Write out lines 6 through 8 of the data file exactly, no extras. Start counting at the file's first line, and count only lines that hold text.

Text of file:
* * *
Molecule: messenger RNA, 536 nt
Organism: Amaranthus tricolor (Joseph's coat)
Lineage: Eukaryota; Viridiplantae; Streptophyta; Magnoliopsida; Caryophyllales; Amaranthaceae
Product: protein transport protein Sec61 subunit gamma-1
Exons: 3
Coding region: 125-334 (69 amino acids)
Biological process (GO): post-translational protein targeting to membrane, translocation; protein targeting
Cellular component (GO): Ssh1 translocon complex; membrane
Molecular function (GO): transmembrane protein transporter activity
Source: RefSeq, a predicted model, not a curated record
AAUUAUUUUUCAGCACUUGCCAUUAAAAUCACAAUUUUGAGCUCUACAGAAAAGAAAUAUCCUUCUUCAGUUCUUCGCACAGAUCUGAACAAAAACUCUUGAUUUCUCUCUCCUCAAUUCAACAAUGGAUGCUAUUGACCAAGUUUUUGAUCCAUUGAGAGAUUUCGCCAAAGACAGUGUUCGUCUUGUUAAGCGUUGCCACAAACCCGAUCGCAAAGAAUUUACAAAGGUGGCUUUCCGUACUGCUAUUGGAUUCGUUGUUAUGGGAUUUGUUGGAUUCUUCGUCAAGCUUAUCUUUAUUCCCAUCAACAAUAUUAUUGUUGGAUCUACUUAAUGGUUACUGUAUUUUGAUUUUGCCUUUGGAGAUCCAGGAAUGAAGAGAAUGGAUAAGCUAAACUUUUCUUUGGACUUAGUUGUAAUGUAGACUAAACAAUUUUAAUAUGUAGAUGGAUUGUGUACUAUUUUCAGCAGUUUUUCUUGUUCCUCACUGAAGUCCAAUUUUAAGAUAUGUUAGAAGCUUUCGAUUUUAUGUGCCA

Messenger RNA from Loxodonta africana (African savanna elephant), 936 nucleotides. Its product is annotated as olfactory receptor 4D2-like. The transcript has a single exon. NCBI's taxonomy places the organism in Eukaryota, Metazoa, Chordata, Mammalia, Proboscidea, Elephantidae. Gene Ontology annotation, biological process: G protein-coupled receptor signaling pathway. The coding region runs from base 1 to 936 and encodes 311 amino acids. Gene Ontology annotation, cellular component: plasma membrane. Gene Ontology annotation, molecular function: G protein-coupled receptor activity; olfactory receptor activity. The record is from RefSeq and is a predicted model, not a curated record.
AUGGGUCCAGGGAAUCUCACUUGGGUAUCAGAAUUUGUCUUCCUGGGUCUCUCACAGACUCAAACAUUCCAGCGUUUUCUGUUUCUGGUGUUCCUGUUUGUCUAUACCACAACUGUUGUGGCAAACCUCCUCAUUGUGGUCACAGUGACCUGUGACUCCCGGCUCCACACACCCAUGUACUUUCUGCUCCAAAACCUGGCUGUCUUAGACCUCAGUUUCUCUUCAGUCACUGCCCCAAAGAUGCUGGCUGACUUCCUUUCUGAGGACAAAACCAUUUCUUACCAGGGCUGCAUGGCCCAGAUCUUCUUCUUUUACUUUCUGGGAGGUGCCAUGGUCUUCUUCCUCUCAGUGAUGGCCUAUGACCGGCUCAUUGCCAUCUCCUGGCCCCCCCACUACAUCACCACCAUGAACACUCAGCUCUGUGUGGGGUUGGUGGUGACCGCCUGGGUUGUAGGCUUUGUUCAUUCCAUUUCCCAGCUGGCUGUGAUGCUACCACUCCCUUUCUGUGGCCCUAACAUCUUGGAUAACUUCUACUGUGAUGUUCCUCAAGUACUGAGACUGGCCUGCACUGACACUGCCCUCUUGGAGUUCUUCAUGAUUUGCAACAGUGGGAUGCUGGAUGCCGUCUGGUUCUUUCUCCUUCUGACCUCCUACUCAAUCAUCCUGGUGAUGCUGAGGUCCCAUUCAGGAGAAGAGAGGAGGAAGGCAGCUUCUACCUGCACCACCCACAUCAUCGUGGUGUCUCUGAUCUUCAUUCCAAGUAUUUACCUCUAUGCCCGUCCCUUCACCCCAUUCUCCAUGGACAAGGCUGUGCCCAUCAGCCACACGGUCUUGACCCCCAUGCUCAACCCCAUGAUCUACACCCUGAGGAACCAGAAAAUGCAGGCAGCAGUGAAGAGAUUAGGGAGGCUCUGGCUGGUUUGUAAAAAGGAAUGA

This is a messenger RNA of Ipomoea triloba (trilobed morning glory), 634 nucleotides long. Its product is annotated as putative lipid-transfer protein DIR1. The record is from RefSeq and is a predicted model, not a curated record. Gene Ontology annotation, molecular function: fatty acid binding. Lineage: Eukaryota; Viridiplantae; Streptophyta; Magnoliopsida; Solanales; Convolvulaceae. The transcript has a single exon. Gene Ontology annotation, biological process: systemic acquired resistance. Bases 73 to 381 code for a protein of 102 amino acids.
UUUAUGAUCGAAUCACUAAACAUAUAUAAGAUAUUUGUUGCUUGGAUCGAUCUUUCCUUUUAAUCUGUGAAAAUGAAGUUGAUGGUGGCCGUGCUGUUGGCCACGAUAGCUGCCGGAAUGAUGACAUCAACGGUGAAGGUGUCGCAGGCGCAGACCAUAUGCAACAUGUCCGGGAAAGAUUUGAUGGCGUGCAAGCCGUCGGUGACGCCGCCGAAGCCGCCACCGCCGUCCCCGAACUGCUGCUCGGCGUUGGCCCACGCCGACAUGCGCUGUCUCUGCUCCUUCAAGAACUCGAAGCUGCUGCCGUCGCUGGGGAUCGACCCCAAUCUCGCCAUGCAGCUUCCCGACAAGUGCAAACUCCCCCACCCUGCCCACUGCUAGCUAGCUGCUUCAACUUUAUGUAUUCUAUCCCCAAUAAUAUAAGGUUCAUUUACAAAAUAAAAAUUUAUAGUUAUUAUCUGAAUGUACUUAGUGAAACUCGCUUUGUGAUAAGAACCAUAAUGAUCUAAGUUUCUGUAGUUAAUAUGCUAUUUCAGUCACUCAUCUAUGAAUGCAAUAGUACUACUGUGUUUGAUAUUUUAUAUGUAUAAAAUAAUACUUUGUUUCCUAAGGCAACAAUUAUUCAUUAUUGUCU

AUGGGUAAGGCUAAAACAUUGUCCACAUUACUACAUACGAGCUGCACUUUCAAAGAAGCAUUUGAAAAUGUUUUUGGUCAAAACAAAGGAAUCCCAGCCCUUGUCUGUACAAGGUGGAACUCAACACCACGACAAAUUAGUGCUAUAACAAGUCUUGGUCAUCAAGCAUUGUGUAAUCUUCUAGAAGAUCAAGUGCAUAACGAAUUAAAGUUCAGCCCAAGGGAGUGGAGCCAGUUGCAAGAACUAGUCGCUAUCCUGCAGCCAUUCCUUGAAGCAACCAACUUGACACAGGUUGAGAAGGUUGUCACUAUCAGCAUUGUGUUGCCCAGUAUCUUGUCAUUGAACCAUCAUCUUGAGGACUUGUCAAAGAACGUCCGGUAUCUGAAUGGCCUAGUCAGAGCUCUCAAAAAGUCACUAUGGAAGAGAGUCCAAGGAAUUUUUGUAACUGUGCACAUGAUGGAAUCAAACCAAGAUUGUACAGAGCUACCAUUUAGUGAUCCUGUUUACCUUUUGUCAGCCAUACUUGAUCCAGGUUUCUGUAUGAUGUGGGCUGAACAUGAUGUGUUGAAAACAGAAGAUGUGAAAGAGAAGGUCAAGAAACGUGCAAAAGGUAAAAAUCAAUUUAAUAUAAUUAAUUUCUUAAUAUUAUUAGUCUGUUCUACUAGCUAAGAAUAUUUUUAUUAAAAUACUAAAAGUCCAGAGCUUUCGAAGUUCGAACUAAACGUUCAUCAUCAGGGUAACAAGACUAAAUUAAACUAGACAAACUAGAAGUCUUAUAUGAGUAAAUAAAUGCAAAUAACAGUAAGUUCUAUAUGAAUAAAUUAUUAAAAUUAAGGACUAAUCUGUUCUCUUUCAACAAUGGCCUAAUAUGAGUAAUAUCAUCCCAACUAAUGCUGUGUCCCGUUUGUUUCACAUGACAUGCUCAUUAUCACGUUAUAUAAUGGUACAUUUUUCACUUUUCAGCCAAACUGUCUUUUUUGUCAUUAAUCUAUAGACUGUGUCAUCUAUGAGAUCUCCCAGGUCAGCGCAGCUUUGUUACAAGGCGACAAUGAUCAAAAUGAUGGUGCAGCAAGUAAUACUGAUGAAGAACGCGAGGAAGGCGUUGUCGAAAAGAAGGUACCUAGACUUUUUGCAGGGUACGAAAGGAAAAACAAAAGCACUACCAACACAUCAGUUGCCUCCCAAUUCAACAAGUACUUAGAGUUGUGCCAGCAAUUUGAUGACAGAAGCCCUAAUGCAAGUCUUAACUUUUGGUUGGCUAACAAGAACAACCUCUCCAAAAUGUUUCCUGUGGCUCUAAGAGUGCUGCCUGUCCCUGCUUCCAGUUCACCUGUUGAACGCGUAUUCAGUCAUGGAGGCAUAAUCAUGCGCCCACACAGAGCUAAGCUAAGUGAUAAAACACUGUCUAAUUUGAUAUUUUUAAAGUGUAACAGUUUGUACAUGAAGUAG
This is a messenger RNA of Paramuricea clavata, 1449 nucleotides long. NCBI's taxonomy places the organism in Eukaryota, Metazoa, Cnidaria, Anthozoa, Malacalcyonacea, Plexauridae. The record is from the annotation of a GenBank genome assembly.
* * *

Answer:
Coding region: 125-334 (69 amino acids)
Biological process (GO): post-translational protein targeting to membrane, translocation; protein targeting
Cellular component (GO): Ssh1 translocon complex; membrane